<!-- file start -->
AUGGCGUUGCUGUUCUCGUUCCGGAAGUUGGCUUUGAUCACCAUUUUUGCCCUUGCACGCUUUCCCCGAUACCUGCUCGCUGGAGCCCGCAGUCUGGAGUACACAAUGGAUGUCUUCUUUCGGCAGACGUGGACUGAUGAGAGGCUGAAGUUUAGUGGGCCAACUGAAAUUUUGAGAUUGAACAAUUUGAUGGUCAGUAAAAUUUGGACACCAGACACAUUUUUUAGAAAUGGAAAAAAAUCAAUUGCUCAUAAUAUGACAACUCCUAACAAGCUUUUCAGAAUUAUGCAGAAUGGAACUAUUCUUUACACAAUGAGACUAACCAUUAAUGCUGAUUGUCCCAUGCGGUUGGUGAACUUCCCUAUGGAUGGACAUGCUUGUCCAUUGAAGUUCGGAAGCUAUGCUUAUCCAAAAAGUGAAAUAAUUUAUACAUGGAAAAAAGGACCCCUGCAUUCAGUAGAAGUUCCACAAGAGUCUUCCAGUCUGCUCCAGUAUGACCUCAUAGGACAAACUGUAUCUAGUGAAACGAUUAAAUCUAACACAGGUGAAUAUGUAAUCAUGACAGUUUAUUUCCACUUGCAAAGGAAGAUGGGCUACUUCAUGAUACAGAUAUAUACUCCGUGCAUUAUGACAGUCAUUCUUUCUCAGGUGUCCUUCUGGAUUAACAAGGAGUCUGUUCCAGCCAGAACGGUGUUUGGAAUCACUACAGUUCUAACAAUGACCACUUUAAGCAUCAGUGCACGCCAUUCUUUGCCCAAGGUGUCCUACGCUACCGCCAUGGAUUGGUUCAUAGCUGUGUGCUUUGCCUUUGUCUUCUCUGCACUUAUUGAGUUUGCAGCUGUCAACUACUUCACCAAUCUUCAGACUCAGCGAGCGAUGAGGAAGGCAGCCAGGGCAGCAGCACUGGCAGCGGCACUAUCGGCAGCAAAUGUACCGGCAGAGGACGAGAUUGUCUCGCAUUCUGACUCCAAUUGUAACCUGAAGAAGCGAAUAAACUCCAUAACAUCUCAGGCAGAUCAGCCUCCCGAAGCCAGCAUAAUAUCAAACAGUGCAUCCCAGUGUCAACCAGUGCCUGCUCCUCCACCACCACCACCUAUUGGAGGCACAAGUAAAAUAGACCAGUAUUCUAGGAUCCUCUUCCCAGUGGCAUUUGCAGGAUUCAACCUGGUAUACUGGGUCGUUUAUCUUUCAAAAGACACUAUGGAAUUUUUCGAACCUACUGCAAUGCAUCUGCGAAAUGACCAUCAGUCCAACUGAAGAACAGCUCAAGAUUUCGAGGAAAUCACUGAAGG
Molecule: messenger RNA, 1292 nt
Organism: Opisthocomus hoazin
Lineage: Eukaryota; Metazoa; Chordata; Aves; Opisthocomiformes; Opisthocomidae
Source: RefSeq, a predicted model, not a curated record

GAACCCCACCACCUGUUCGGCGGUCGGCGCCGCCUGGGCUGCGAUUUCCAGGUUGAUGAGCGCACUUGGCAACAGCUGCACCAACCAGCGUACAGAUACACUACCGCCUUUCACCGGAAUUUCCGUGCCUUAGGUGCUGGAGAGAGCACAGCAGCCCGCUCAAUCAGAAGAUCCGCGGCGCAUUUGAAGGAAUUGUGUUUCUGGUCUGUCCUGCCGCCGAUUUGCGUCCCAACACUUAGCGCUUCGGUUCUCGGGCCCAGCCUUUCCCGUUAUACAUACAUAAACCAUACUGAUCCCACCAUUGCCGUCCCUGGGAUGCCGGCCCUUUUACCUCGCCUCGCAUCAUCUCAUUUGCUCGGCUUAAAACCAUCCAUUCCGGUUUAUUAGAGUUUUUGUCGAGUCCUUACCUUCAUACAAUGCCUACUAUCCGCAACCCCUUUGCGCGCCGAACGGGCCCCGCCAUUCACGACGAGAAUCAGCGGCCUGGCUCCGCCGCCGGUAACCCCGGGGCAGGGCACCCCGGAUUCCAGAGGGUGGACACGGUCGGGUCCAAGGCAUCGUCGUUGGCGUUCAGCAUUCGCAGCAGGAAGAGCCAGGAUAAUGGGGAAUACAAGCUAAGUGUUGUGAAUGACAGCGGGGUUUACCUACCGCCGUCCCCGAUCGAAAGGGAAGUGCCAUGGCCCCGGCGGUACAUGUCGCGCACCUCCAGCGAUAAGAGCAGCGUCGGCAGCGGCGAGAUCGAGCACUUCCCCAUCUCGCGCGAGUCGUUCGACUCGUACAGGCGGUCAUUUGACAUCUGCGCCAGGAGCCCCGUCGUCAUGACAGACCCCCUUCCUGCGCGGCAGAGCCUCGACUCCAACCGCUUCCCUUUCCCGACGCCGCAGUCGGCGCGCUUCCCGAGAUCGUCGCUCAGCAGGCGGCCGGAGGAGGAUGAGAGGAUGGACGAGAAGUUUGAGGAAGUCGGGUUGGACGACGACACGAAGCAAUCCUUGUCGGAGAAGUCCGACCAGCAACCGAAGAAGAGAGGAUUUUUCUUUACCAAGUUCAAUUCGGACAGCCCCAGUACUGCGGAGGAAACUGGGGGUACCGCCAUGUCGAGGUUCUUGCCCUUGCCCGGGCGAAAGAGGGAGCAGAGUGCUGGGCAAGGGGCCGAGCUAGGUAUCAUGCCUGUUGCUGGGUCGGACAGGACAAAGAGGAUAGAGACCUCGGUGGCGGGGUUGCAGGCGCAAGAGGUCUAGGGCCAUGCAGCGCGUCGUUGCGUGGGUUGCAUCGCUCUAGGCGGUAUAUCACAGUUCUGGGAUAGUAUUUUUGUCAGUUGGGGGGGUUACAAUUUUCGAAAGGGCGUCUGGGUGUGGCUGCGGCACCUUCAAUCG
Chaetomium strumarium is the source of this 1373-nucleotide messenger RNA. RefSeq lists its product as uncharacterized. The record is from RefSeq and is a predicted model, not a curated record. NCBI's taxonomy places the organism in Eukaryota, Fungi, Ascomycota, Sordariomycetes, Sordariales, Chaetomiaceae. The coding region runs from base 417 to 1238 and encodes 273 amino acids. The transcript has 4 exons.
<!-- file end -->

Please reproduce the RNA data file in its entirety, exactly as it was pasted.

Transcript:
AUGGCGUUGCUGUUCUCGUUCCGGAAGUUGGCUUUGAUCACCAUUUUUGCCCUUGCACGCUUUCCCCGAUACCUGCUCGCUGGAGCCCGCAGUCUGGAGUACACAAUGGAUGUCUUCUUUCGGCAGACGUGGACUGAUGAGAGGCUGAAGUUUAGUGGGCCAACUGAAAUUUUGAGAUUGAACAAUUUGAUGGUCAGUAAAAUUUGGACACCAGACACAUUUUUUAGAAAUGGAAAAAAAUCAAUUGCUCAUAAUAUGACAACUCCUAACAAGCUUUUCAGAAUUAUGCAGAAUGGAACUAUUCUUUACACAAUGAGACUAACCAUUAAUGCUGAUUGUCCCAUGCGGUUGGUGAACUUCCCUAUGGAUGGACAUGCUUGUCCAUUGAAGUUCGGAAGCUAUGCUUAUCCAAAAAGUGAAAUAAUUUAUACAUGGAAAAAAGGACCCCUGCAUUCAGUAGAAGUUCCACAAGAGUCUUCCAGUCUGCUCCAGUAUGACCUCAUAGGACAAACUGUAUCUAGUGAAACGAUUAAAUCUAACACAGGUGAAUAUGUAAUCAUGACAGUUUAUUUCCACUUGCAAAGGAAGAUGGGCUACUUCAUGAUACAGAUAUAUACUCCGUGCAUUAUGACAGUCAUUCUUUCUCAGGUGUCCUUCUGGAUUAACAAGGAGUCUGUUCCAGCCAGAACGGUGUUUGGAAUCACUACAGUUCUAACAAUGACCACUUUAAGCAUCAGUGCACGCCAUUCUUUGCCCAAGGUGUCCUACGCUACCGCCAUGGAUUGGUUCAUAGCUGUGUGCUUUGCCUUUGUCUUCUCUGCACUUAUUGAGUUUGCAGCUGUCAACUACUUCACCAAUCUUCAGACUCAGCGAGCGAUGAGGAAGGCAGCCAGGGCAGCAGCACUGGCAGCGGCACUAUCGGCAGCAAAUGUACCGGCAGAGGACGAGAUUGUCUCGCAUUCUGACUCCAAUUGUAACCUGAAGAAGCGAAUAAACUCCAUAACAUCUCAGGCAGAUCAGCCUCCCGAAGCCAGCAUAAUAUCAAACAGUGCAUCCCAGUGUCAACCAGUGCCUGCUCCUCCACCACCACCACCUAUUGGAGGCACAAGUAAAAUAGACCAGUAUUCUAGGAUCCUCUUCCCAGUGGCAUUUGCAGGAUUCAACCUGGUAUACUGGGUCGUUUAUCUUUCAAAAGACACUAUGGAAUUUUUCGAACCUACUGCAAUGCAUCUGCGAAAUGACCAUCAGUCCAACUGAAGAACAGCUCAAGAUUUCGAGGAAAUCACUGAAGG
Molecule: messenger RNA, 1292 nt
Organism: Opisthocomus hoazin
Lineage: Eukaryota; Metazoa; Chordata; Aves; Opisthocomiformes; Opisthocomidae
Source: RefSeq, a predicted model, not a curated record

GAACCCCACCACCUGUUCGGCGGUCGGCGCCGCCUGGGCUGCGAUUUCCAGGUUGAUGAGCGCACUUGGCAACAGCUGCACCAACCAGCGUACAGAUACACUACCGCCUUUCACCGGAAUUUCCGUGCCUUAGGUGCUGGAGAGAGCACAGCAGCCCGCUCAAUCAGAAGAUCCGCGGCGCAUUUGAAGGAAUUGUGUUUCUGGUCUGUCCUGCCGCCGAUUUGCGUCCCAACACUUAGCGCUUCGGUUCUCGGGCCCAGCCUUUCCCGUUAUACAUACAUAAACCAUACUGAUCCCACCAUUGCCGUCCCUGGGAUGCCGGCCCUUUUACCUCGCCUCGCAUCAUCUCAUUUGCUCGGCUUAAAACCAUCCAUUCCGGUUUAUUAGAGUUUUUGUCGAGUCCUUACCUUCAUACAAUGCCUACUAUCCGCAACCCCUUUGCGCGCCGAACGGGCCCCGCCAUUCACGACGAGAAUCAGCGGCCUGGCUCCGCCGCCGGUAACCCCGGGGCAGGGCACCCCGGAUUCCAGAGGGUGGACACGGUCGGGUCCAAGGCAUCGUCGUUGGCGUUCAGCAUUCGCAGCAGGAAGAGCCAGGAUAAUGGGGAAUACAAGCUAAGUGUUGUGAAUGACAGCGGGGUUUACCUACCGCCGUCCCCGAUCGAAAGGGAAGUGCCAUGGCCCCGGCGGUACAUGUCGCGCACCUCCAGCGAUAAGAGCAGCGUCGGCAGCGGCGAGAUCGAGCACUUCCCCAUCUCGCGCGAGUCGUUCGACUCGUACAGGCGGUCAUUUGACAUCUGCGCCAGGAGCCCCGUCGUCAUGACAGACCCCCUUCCUGCGCGGCAGAGCCUCGACUCCAACCGCUUCCCUUUCCCGACGCCGCAGUCGGCGCGCUUCCCGAGAUCGUCGCUCAGCAGGCGGCCGGAGGAGGAUGAGAGGAUGGACGAGAAGUUUGAGGAAGUCGGGUUGGACGACGACACGAAGCAAUCCUUGUCGGAGAAGUCCGACCAGCAACCGAAGAAGAGAGGAUUUUUCUUUACCAAGUUCAAUUCGGACAGCCCCAGUACUGCGGAGGAAACUGGGGGUACCGCCAUGUCGAGGUUCUUGCCCUUGCCCGGGCGAAAGAGGGAGCAGAGUGCUGGGCAAGGGGCCGAGCUAGGUAUCAUGCCUGUUGCUGGGUCGGACAGGACAAAGAGGAUAGAGACCUCGGUGGCGGGGUUGCAGGCGCAAGAGGUCUAGGGCCAUGCAGCGCGUCGUUGCGUGGGUUGCAUCGCUCUAGGCGGUAUAUCACAGUUCUGGGAUAGUAUUUUUGUCAGUUGGGGGGGUUACAAUUUUCGAAAGGGCGUCUGGGUGUGGCUGCGGCACCUUCAAUCG
Chaetomium strumarium is the source of this 1373-nucleotide messenger RNA. RefSeq lists its product as uncharacterized. The record is from RefSeq and is a predicted model, not a curated record. NCBI's taxonomy places the organism in Eukaryota, Fungi, Ascomycota, Sordariomycetes, Sordariales, Chaetomiaceae. The coding region runs from base 417 to 1238 and encodes 273 amino acids. The transcript has 4 exons.